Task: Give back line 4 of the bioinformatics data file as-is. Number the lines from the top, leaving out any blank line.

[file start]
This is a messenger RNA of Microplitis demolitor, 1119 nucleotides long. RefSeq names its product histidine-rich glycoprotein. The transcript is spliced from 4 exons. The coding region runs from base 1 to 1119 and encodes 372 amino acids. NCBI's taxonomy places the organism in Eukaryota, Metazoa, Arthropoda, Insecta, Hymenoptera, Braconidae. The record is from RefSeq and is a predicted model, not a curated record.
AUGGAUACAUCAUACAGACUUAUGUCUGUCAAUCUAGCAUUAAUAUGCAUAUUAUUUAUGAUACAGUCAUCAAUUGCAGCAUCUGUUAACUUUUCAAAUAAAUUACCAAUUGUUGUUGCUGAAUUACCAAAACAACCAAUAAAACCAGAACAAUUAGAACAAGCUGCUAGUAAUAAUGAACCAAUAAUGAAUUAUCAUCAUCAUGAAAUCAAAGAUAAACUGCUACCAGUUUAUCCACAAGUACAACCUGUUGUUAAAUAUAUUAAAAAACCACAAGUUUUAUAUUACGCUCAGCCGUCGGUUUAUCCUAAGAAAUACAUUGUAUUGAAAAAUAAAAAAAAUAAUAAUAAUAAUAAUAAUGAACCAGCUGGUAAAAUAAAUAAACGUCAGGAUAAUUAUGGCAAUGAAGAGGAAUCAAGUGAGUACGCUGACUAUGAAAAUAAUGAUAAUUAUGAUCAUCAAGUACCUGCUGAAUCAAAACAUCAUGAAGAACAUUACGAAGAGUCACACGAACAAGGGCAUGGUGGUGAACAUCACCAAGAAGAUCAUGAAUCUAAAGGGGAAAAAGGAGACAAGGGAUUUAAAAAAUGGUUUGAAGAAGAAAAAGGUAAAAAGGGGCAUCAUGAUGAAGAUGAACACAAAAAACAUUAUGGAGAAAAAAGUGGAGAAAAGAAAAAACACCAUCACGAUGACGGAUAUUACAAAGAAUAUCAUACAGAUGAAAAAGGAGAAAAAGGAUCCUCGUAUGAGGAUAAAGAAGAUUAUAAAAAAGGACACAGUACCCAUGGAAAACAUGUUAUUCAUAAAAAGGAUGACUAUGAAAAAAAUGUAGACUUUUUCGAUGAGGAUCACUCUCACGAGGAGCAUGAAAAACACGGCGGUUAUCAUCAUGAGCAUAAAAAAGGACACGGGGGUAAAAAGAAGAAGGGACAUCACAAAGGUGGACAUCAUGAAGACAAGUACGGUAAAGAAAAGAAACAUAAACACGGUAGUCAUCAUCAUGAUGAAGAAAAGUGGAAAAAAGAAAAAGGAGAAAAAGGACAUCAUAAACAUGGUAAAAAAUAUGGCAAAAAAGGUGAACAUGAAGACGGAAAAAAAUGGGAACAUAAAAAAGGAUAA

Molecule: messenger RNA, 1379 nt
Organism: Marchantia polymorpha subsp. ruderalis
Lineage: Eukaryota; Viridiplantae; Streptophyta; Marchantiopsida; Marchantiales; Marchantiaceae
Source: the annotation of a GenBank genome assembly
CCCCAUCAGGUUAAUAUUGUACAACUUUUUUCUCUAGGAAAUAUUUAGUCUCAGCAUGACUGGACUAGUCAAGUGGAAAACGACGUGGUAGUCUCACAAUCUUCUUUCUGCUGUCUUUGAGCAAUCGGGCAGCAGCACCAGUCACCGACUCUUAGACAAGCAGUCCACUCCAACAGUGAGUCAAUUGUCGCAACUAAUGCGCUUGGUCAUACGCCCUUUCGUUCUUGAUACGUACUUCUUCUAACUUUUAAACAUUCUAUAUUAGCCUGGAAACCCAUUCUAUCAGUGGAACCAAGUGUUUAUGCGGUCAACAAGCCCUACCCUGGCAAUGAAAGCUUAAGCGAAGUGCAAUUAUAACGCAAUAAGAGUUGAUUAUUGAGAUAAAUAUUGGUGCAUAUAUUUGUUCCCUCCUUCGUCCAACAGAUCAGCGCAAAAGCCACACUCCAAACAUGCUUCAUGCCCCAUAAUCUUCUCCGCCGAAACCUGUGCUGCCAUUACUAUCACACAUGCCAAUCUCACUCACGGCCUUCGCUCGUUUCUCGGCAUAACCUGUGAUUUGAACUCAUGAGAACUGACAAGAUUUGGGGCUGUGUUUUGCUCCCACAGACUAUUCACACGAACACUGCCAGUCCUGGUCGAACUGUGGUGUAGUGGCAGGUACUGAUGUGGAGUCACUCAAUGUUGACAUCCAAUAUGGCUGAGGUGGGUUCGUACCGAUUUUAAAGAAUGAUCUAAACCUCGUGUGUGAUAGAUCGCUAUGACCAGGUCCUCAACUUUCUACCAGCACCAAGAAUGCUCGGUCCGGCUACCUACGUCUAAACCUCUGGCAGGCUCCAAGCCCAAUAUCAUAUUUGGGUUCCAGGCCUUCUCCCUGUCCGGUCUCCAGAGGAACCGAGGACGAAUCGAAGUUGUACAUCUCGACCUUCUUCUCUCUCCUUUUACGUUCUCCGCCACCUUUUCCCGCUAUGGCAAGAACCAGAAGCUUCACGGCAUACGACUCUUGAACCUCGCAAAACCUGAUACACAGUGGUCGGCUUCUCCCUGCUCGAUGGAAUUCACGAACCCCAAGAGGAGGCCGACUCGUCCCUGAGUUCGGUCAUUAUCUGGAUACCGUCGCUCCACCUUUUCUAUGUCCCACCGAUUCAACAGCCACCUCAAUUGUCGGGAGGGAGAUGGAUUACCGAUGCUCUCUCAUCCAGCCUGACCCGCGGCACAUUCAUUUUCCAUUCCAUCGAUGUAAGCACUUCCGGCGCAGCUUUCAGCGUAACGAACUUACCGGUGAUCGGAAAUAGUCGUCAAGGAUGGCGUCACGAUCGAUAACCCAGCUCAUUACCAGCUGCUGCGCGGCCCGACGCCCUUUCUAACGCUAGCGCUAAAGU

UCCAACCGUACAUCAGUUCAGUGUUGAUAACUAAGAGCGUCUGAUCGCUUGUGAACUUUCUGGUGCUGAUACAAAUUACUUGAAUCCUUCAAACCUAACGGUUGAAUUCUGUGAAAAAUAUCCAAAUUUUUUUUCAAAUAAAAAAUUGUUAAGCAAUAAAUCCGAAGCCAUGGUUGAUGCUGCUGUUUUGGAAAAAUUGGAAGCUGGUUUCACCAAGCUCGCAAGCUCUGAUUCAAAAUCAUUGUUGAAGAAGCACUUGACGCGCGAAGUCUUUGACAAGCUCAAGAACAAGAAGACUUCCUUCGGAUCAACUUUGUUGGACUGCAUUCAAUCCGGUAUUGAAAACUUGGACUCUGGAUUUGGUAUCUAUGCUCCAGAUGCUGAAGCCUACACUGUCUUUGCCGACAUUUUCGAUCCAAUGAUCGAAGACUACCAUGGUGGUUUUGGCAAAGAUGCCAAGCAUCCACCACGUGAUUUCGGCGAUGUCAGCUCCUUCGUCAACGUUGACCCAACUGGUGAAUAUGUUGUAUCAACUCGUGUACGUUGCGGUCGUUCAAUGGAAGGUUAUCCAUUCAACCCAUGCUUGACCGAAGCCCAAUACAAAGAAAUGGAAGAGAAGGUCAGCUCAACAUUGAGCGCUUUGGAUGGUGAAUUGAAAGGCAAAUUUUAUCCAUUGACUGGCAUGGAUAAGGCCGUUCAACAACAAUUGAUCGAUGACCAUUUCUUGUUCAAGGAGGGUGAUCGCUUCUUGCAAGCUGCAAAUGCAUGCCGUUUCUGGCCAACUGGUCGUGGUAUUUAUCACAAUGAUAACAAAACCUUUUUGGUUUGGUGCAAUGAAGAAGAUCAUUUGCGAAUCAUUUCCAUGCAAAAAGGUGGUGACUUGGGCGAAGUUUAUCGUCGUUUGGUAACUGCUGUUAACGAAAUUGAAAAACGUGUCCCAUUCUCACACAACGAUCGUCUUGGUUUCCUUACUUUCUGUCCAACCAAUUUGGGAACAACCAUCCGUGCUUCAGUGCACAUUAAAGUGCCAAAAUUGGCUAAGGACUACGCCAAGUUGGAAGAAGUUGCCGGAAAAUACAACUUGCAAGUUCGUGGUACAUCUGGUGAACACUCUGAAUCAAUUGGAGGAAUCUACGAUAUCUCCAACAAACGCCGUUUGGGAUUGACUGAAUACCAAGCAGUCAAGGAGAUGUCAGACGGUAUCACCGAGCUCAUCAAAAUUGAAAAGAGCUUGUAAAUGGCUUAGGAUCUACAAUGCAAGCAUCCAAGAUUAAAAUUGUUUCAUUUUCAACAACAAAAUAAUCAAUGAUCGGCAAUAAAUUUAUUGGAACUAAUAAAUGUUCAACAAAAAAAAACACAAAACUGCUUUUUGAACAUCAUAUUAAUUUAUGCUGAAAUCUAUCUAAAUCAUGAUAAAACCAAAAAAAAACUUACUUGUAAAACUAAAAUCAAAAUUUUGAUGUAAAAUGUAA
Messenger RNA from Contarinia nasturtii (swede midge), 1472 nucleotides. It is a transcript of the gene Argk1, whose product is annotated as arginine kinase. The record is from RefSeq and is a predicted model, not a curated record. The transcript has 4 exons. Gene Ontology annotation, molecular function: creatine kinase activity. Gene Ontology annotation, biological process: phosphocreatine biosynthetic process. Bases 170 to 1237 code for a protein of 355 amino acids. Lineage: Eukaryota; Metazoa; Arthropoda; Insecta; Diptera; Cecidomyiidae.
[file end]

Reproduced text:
Organism: Marchantia polymorpha subsp. ruderalis